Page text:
Highly-paid doctors will not be obsolete and radiologists or anatomical pathologists will not be obsolete in the age of AI in medical practice. In a recent New England Journal of Medicine Paper (http://www.nejm.org/doi/full/10.1056/NEJMp1606181) Drs. Obermeyer and Emanuel (1) rightly suggest that big data will transform daily medical practice and computer-based algorithms will guide clinical decision making.
There is good reason for AI to enter the field of medicine: big data already overwhelm doctors, which includes the outputs of complex companion diagnostic tests, the management of new drugs (including new drug combinations), and the associated administrative activities that ensures the payment for the delivery of care. There is an increasing demand for better prognosis and response prediction from complementary diagnostics to inform patient surveillance, monitoring, and treatment strategies. At the same time doctors are requested to continuously educate themselves to stay on top of medical innovation and apply the most effective treatments available. But which doctor can actually achieve this and read all the latest publications and current guidelines? So the question remains: How can doctors reclaim “quality time” with their patient to discuss their personal situation, explain what the situation is and still delivering best patient care?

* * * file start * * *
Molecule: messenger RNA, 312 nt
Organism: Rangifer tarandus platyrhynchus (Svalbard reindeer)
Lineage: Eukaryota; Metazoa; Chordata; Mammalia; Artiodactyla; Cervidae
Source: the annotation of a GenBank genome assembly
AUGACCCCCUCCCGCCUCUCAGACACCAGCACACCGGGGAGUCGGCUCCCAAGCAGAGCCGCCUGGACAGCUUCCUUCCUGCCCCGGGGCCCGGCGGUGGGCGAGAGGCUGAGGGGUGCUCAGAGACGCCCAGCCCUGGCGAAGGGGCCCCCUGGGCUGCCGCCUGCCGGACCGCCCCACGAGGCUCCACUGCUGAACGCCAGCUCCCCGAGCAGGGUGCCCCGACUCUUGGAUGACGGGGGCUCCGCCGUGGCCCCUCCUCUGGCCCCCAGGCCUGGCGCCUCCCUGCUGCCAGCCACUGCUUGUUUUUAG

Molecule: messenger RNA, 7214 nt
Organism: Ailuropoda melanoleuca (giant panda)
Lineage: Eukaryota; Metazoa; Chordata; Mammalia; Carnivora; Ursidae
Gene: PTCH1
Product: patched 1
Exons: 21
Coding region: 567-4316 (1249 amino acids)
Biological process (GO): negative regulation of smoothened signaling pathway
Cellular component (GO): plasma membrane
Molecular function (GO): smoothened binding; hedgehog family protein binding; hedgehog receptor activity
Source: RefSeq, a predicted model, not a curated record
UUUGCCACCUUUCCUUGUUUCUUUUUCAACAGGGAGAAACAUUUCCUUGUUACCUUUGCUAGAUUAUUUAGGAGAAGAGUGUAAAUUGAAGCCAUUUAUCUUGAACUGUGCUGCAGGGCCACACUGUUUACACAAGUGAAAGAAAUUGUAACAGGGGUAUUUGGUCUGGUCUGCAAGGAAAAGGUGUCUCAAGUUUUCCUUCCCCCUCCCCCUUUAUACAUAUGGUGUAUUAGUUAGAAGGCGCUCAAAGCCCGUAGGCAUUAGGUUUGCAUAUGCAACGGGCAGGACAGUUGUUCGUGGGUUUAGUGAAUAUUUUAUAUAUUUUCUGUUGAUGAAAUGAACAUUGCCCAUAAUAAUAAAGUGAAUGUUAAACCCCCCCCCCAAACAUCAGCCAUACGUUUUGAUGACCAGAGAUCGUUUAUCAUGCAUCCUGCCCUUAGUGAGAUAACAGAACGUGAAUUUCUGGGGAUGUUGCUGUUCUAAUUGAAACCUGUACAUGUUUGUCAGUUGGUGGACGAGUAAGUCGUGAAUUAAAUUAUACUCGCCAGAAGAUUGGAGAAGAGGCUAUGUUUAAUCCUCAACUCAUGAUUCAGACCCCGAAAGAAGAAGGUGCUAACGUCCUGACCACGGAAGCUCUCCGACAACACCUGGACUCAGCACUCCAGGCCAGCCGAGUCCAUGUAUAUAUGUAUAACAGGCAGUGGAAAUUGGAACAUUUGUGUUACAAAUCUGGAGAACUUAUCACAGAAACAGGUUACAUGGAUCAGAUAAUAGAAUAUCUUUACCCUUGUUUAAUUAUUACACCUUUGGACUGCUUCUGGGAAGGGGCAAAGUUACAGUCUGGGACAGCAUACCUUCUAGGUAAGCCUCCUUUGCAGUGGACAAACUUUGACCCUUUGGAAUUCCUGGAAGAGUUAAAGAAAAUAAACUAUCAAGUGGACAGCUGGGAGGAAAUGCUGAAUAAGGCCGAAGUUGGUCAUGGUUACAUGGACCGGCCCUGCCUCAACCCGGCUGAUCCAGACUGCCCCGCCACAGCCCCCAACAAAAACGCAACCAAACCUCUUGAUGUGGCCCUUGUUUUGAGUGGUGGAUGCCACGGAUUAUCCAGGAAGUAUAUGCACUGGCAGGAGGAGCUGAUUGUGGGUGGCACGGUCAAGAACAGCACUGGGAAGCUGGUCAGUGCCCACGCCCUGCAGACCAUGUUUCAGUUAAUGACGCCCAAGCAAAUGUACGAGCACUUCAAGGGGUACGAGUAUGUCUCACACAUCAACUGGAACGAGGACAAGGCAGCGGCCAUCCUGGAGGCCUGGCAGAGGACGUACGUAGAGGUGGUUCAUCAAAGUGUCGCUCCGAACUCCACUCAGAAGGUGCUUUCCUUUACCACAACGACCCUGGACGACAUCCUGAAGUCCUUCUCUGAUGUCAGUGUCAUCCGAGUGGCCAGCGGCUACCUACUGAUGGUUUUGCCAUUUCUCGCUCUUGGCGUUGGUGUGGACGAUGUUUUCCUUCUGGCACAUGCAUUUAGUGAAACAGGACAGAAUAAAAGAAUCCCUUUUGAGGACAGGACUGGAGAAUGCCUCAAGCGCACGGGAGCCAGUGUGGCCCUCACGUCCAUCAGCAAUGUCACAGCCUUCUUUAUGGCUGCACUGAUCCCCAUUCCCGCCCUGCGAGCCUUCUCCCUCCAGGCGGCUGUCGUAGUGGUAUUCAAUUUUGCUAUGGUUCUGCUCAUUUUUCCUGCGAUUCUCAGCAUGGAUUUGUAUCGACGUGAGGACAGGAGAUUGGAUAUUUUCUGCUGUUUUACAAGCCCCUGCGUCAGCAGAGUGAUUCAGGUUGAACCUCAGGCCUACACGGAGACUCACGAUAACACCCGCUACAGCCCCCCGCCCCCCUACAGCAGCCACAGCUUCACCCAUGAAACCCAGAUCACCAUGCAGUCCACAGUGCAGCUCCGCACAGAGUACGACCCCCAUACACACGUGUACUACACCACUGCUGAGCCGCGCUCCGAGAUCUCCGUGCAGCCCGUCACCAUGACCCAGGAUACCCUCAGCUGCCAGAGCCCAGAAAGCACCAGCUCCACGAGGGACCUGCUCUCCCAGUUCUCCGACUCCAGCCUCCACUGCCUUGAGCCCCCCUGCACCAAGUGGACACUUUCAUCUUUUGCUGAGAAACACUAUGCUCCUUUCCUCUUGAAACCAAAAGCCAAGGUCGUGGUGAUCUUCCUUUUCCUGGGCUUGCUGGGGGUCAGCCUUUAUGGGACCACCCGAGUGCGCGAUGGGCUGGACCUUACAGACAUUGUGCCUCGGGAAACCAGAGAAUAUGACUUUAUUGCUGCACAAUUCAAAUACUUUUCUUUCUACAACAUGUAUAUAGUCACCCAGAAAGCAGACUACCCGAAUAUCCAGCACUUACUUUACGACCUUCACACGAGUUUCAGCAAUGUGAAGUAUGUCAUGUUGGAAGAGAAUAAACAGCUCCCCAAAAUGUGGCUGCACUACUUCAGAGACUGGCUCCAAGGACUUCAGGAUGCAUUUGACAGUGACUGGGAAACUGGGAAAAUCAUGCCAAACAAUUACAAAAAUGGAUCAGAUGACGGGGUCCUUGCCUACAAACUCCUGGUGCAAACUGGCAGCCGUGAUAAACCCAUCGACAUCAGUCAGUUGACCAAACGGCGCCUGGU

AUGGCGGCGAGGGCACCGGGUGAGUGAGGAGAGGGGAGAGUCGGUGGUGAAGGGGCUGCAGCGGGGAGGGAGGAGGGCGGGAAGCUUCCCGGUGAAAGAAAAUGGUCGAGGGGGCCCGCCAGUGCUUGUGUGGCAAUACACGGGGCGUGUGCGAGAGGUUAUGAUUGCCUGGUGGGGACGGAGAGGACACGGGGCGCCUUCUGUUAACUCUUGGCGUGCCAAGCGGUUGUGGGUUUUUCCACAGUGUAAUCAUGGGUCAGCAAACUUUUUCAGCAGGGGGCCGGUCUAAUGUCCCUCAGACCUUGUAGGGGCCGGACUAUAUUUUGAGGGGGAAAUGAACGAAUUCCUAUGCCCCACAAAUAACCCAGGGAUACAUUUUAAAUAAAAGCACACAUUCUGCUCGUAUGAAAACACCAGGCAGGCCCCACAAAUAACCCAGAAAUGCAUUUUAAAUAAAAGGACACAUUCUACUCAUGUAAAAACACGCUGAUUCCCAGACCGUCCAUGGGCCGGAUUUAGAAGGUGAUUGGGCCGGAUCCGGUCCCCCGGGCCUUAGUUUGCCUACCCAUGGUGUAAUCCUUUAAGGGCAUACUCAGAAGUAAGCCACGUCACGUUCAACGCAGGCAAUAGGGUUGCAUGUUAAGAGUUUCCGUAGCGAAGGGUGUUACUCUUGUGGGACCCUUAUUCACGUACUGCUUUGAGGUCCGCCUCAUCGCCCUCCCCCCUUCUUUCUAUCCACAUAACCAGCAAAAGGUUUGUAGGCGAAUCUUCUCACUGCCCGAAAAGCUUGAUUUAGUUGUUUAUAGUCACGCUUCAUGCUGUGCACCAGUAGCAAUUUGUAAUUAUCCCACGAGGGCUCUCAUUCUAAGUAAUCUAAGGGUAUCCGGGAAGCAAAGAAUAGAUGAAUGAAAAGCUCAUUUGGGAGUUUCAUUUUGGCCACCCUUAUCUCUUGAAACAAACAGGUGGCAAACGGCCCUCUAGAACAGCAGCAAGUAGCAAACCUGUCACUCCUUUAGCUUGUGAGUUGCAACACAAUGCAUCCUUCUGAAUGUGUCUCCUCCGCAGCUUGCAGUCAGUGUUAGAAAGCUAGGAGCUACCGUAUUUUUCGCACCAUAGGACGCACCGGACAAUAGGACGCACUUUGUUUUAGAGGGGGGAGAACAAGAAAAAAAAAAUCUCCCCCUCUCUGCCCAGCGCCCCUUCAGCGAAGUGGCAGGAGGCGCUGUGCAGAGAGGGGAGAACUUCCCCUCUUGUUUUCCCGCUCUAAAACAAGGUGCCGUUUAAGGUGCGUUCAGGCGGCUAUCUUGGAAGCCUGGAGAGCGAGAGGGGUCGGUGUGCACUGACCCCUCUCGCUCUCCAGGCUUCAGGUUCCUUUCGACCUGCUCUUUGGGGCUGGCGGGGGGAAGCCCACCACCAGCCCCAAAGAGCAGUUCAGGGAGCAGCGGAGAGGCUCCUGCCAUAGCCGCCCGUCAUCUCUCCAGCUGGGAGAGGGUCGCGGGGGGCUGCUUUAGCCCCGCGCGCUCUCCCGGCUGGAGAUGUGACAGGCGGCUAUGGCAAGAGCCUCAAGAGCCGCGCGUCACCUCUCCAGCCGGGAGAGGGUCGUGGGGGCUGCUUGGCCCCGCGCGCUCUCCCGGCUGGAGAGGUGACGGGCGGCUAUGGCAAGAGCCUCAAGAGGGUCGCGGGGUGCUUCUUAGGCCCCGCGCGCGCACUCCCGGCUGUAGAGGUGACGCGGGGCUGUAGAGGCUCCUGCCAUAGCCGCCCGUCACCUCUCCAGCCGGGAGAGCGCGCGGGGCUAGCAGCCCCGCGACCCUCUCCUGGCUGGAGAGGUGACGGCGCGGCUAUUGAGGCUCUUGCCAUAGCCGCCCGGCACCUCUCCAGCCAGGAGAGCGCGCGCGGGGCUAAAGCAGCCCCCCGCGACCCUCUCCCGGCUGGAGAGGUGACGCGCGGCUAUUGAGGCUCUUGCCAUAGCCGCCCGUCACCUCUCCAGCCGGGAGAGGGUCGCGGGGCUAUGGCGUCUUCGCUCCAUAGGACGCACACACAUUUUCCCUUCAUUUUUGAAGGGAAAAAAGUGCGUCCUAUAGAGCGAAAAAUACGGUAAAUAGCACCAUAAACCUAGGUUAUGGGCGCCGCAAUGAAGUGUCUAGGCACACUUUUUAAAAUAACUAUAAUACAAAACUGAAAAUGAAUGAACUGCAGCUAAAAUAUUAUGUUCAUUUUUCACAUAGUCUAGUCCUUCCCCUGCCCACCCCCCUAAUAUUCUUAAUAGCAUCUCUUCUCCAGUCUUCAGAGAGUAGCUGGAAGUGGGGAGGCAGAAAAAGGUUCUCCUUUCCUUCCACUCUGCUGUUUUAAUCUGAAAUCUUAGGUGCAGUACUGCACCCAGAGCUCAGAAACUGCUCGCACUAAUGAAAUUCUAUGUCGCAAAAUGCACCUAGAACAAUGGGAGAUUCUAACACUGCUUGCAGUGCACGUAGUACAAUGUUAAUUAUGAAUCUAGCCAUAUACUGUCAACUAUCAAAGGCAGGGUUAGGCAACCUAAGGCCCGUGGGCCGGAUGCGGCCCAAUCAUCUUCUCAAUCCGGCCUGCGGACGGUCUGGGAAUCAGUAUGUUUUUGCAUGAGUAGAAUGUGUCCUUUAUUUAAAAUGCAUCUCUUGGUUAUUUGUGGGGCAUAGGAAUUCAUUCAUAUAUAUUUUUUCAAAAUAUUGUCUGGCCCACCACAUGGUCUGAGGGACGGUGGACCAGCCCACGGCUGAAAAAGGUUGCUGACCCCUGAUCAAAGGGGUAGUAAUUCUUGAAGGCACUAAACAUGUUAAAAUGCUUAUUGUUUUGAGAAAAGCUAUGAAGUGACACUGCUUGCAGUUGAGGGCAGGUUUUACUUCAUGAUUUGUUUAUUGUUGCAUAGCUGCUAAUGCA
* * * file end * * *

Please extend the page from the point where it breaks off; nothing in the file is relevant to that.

Medical knowledge that directly influences the ways in which diseases are diagnosed and patients are treated must be continuously updated, processed, and understood by doctors. The interactions of different procedures and even more so combination therapies with innovative drugs are almost impossible to understand given the pre-existing complexity of the patient’s body and individual biochemistry based on genetic singularity. Here, AI will certainly contribute to the solution.
Not too long ago, the idea of advanced artificial intelligence was mostly discussed by futurists, speculators, and sci-fi writers. But today, due to swift developments in machine learning and data analysis, AI is on the cusp of surpassing science fiction and becoming scientific fact in medical practice.
The idea is basically this: If you take enormous computing power and feed it tremendous amounts of data (e.g., from millions of patient records including research data sets), you end up getting an artificial intelligence network that can interact with daily medical practice in a useful way. This is comparable to what the IBM Watson computer is trying to achieve.
But what else would be the immediate application for such an approach? The UK-based company Babylon is claiming that doctors only know a fraction of those 10,000 known diseases . According to a 2012 study from researchers at John Hopkins, more than 40,000 patients die annually in the US alone as a result of misdiagnosis, yet an App might help Doctors make the correct diagnosis. While such an App can recommend a certain treatment based on the described symptoms (e.g., headache, coughing, sore throat, and chills for a flu-like condition), it certainly cannot interpret the nature of a skin rash in the patient’s face or at secluded parts of the body. It takes many years in medical school and clinical practice to learn how to describe symptoms in a standardized and agreed way. The same applies to an AI network – these networks also need to continuously learn.